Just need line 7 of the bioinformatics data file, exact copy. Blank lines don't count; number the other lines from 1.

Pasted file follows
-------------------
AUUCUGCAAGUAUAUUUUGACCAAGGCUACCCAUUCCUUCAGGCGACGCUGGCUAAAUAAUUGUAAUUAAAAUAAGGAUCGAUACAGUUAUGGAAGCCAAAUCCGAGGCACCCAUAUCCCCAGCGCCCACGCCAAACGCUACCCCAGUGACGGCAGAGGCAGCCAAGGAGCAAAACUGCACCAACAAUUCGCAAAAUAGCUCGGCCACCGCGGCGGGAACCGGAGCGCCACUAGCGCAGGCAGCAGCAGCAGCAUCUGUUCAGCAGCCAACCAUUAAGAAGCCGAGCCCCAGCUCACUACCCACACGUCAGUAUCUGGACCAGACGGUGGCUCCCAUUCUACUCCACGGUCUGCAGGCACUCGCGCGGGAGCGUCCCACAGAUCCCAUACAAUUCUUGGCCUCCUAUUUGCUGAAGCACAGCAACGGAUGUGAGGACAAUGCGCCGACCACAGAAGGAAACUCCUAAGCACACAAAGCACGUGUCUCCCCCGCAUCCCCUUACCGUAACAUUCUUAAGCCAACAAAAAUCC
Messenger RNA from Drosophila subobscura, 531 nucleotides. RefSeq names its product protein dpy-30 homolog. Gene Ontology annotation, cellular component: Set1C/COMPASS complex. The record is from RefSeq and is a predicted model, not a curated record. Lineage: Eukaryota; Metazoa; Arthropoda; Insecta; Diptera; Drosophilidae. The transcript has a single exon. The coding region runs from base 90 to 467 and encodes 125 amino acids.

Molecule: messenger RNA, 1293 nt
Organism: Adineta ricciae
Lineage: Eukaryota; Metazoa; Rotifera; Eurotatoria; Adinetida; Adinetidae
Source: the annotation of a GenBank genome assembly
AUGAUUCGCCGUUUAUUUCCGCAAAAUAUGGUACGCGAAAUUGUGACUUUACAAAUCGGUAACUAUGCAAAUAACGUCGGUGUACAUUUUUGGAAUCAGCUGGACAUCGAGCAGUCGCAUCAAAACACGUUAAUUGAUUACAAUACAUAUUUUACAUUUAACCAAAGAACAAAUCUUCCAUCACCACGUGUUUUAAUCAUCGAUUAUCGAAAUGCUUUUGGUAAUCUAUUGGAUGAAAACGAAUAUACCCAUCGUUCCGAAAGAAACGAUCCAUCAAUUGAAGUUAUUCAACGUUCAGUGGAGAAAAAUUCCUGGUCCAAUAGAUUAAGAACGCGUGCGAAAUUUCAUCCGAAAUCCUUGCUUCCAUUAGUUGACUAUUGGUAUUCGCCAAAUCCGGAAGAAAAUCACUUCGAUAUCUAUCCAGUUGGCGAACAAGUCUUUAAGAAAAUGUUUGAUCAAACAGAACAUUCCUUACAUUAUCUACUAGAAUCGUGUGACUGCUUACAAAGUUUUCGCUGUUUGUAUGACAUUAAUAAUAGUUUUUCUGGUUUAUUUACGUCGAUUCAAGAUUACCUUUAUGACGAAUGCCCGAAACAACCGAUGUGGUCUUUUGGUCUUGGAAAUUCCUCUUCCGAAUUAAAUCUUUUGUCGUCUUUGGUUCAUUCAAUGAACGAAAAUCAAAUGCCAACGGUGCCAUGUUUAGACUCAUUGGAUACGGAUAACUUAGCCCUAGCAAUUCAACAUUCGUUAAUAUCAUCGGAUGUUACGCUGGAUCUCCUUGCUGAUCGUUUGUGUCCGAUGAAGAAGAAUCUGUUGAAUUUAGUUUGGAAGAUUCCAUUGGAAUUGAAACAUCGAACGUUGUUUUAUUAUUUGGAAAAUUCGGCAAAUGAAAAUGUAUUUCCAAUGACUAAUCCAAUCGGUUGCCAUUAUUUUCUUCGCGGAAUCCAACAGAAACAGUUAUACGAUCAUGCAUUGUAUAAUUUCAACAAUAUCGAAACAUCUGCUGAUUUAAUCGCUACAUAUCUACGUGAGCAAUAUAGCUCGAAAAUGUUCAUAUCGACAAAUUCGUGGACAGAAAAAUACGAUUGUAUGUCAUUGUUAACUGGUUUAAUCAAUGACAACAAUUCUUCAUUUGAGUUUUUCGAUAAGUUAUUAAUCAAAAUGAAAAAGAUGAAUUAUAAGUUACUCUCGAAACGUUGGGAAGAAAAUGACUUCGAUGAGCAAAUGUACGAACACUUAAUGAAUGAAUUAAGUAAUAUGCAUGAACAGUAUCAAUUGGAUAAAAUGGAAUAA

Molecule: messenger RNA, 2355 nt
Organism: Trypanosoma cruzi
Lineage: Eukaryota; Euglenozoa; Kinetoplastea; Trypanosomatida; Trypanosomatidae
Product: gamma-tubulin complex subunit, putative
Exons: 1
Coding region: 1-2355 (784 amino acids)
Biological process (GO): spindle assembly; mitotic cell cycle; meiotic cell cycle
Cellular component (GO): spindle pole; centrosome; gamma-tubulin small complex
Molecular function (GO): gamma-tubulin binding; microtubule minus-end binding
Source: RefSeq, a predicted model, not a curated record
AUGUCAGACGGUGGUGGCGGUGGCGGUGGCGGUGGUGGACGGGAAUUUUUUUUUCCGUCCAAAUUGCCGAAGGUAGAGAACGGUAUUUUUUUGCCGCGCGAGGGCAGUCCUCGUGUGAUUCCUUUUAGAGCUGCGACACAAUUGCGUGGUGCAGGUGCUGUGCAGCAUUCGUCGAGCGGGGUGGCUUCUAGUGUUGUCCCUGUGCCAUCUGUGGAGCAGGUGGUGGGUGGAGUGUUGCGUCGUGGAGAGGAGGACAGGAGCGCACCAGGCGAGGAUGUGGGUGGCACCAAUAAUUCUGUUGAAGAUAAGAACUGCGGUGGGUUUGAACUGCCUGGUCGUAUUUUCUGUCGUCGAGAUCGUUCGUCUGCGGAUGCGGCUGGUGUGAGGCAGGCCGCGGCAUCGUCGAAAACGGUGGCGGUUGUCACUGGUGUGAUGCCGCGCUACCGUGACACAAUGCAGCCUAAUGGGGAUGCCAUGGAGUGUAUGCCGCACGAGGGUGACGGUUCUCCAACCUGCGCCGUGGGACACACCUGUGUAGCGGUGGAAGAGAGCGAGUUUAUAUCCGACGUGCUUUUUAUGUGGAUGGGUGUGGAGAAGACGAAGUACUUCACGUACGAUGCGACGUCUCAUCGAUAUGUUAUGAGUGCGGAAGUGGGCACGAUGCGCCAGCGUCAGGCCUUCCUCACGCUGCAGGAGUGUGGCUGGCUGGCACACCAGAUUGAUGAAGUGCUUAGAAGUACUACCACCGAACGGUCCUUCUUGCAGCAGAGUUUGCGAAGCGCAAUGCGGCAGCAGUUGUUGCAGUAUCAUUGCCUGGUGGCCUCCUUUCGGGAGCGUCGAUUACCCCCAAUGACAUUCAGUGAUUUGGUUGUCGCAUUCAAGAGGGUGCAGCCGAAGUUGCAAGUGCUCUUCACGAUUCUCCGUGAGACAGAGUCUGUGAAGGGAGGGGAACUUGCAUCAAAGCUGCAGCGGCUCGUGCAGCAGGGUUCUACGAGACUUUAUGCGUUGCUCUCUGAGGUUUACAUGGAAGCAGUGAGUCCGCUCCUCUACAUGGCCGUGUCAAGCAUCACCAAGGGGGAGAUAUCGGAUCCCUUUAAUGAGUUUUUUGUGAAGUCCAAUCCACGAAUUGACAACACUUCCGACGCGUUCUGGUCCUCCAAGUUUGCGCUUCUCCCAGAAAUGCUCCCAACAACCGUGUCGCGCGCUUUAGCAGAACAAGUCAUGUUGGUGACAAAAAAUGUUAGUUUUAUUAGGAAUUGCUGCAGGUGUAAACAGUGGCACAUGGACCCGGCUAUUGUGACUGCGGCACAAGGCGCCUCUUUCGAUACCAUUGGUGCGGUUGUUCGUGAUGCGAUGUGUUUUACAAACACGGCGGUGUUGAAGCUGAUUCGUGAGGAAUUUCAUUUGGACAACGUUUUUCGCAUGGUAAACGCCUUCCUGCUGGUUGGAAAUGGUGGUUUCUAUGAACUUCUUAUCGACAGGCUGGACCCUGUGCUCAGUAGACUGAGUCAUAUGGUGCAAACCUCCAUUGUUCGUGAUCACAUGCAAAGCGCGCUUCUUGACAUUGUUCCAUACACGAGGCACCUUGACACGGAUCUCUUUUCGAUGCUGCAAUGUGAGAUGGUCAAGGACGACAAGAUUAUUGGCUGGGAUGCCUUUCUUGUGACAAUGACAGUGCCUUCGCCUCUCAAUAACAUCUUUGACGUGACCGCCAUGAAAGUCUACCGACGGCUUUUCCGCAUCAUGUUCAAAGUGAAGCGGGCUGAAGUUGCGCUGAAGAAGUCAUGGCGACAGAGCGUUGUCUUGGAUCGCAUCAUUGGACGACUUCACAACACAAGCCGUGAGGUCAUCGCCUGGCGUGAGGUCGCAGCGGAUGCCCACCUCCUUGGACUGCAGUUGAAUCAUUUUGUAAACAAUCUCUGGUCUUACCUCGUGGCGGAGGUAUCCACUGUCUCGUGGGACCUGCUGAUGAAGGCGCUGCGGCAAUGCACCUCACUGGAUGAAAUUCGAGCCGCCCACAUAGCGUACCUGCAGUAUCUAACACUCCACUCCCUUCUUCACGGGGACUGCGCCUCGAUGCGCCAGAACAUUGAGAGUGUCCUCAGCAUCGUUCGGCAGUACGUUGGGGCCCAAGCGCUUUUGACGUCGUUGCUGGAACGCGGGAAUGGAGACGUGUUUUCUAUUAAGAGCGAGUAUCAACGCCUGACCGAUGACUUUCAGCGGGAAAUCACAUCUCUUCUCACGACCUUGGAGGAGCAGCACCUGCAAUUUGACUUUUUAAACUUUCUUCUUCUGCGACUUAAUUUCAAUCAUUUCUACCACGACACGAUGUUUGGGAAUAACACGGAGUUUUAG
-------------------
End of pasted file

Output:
AUGAUUCGCCGUUUAUUUCCGCAAAAUAUGGUACGCGAAAUUGUGACUUUACAAAUCGGUAACUAUGCAAAUAACGUCGGUGUACAUUUUUGGAAUCAGCUGGACAUCGAGCAGUCGCAUCAAAACACGUUAAUUGAUUACAAUACAUAUUUUACAUUUAACCAAAGAACAAAUCUUCCAUCACCACGUGUUUUAAUCAUCGAUUAUCGAAAUGCUUUUGGUAAUCUAUUGGAUGAAAACGAAUAUACCCAUCGUUCCGAAAGAAACGAUCCAUCAAUUGAAGUUAUUCAACGUUCAGUGGAGAAAAAUUCCUGGUCCAAUAGAUUAAGAACGCGUGCGAAAUUUCAUCCGAAAUCCUUGCUUCCAUUAGUUGACUAUUGGUAUUCGCCAAAUCCGGAAGAAAAUCACUUCGAUAUCUAUCCAGUUGGCGAACAAGUCUUUAAGAAAAUGUUUGAUCAAACAGAACAUUCCUUACAUUAUCUACUAGAAUCGUGUGACUGCUUACAAAGUUUUCGCUGUUUGUAUGACAUUAAUAAUAGUUUUUCUGGUUUAUUUACGUCGAUUCAAGAUUACCUUUAUGACGAAUGCCCGAAACAACCGAUGUGGUCUUUUGGUCUUGGAAAUUCCUCUUCCGAAUUAAAUCUUUUGUCGUCUUUGGUUCAUUCAAUGAACGAAAAUCAAAUGCCAACGGUGCCAUGUUUAGACUCAUUGGAUACGGAUAACUUAGCCCUAGCAAUUCAACAUUCGUUAAUAUCAUCGGAUGUUACGCUGGAUCUCCUUGCUGAUCGUUUGUGUCCGAUGAAGAAGAAUCUGUUGAAUUUAGUUUGGAAGAUUCCAUUGGAAUUGAAACAUCGAACGUUGUUUUAUUAUUUGGAAAAUUCGGCAAAUGAAAAUGUAUUUCCAAUGACUAAUCCAAUCGGUUGCCAUUAUUUUCUUCGCGGAAUCCAACAGAAACAGUUAUACGAUCAUGCAUUGUAUAAUUUCAACAAUAUCGAAACAUCUGCUGAUUUAAUCGCUACAUAUCUACGUGAGCAAUAUAGCUCGAAAAUGUUCAUAUCGACAAAUUCGUGGACAGAAAAAUACGAUUGUAUGUCAUUGUUAACUGGUUUAAUCAAUGACAACAAUUCUUCAUUUGAGUUUUUCGAUAAGUUAUUAAUCAAAAUGAAAAAGAUGAAUUAUAAGUUACUCUCGAAACGUUGGGAAGAAAAUGACUUCGAUGAGCAAAUGUACGAACACUUAAUGAAUGAAUUAAGUAAUAUGCAUGAACAGUAUCAAUUGGAUAAAAUGGAAUAA